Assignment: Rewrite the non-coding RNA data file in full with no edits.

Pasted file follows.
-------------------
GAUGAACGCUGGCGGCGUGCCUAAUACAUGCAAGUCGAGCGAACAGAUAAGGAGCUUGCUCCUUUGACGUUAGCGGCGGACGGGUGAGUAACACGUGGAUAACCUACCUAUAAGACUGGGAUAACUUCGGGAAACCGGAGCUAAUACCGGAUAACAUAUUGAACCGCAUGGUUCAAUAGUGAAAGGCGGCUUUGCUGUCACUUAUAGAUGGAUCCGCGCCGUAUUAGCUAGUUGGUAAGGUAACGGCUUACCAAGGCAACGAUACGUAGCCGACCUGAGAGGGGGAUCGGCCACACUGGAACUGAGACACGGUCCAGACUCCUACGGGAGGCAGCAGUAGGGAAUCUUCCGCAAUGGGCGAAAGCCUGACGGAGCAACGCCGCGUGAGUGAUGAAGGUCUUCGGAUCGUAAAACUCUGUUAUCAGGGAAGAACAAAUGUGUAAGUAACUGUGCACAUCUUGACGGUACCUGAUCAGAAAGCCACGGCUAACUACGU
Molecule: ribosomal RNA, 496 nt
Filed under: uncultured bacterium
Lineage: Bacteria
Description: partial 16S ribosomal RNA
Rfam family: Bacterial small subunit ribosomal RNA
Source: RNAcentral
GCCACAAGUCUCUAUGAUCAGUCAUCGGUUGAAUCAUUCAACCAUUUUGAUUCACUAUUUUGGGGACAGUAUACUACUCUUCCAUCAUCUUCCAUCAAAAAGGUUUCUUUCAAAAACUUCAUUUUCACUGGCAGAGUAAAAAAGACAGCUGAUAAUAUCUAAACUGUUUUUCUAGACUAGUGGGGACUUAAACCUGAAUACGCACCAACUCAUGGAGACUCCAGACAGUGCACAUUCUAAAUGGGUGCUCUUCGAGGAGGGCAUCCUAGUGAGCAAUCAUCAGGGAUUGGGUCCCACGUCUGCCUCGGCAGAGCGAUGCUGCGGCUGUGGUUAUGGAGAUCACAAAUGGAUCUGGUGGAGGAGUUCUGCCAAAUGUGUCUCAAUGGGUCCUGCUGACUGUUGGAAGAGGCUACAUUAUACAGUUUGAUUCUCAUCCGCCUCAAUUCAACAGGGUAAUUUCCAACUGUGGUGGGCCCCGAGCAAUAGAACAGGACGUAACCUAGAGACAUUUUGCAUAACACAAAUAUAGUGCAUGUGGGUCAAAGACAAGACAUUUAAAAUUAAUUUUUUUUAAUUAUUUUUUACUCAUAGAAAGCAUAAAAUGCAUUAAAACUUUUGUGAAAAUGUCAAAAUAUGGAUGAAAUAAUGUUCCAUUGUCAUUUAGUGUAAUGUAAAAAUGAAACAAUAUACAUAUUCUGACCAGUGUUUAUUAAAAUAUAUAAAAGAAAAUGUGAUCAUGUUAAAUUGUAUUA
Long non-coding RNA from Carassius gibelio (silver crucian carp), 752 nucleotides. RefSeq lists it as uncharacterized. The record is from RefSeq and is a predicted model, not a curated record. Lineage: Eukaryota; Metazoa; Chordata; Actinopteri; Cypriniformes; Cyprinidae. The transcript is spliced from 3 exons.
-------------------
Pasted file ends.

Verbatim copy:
GAUGAACGCUGGCGGCGUGCCUAAUACAUGCAAGUCGAGCGAACAGAUAAGGAGCUUGCUCCUUUGACGUUAGCGGCGGACGGGUGAGUAACACGUGGAUAACCUACCUAUAAGACUGGGAUAACUUCGGGAAACCGGAGCUAAUACCGGAUAACAUAUUGAACCGCAUGGUUCAAUAGUGAAAGGCGGCUUUGCUGUCACUUAUAGAUGGAUCCGCGCCGUAUUAGCUAGUUGGUAAGGUAACGGCUUACCAAGGCAACGAUACGUAGCCGACCUGAGAGGGGGAUCGGCCACACUGGAACUGAGACACGGUCCAGACUCCUACGGGAGGCAGCAGUAGGGAAUCUUCCGCAAUGGGCGAAAGCCUGACGGAGCAACGCCGCGUGAGUGAUGAAGGUCUUCGGAUCGUAAAACUCUGUUAUCAGGGAAGAACAAAUGUGUAAGUAACUGUGCACAUCUUGACGGUACCUGAUCAGAAAGCCACGGCUAACUACGU
Molecule: ribosomal RNA, 496 nt
Filed under: uncultured bacterium
Lineage: Bacteria
Description: partial 16S ribosomal RNA
Rfam family: Bacterial small subunit ribosomal RNA
Source: RNAcentral
GCCACAAGUCUCUAUGAUCAGUCAUCGGUUGAAUCAUUCAACCAUUUUGAUUCACUAUUUUGGGGACAGUAUACUACUCUUCCAUCAUCUUCCAUCAAAAAGGUUUCUUUCAAAAACUUCAUUUUCACUGGCAGAGUAAAAAAGACAGCUGAUAAUAUCUAAACUGUUUUUCUAGACUAGUGGGGACUUAAACCUGAAUACGCACCAACUCAUGGAGACUCCAGACAGUGCACAUUCUAAAUGGGUGCUCUUCGAGGAGGGCAUCCUAGUGAGCAAUCAUCAGGGAUUGGGUCCCACGUCUGCCUCGGCAGAGCGAUGCUGCGGCUGUGGUUAUGGAGAUCACAAAUGGAUCUGGUGGAGGAGUUCUGCCAAAUGUGUCUCAAUGGGUCCUGCUGACUGUUGGAAGAGGCUACAUUAUACAGUUUGAUUCUCAUCCGCCUCAAUUCAACAGGGUAAUUUCCAACUGUGGUGGGCCCCGAGCAAUAGAACAGGACGUAACCUAGAGACAUUUUGCAUAACACAAAUAUAGUGCAUGUGGGUCAAAGACAAGACAUUUAAAAUUAAUUUUUUUUAAUUAUUUUUUACUCAUAGAAAGCAUAAAAUGCAUUAAAACUUUUGUGAAAAUGUCAAAAUAUGGAUGAAAUAAUGUUCCAUUGUCAUUUAGUGUAAUGUAAAAAUGAAACAAUAUACAUAUUCUGACCAGUGUUUAUUAAAAUAUAUAAAAGAAAAUGUGAUCAUGUUAAAUUGUAUUA
Long non-coding RNA from Carassius gibelio (silver crucian carp), 752 nucleotides. RefSeq lists it as uncharacterized. The record is from RefSeq and is a predicted model, not a curated record. Lineage: Eukaryota; Metazoa; Chordata; Actinopteri; Cypriniformes; Cyprinidae. The transcript is spliced from 3 exons.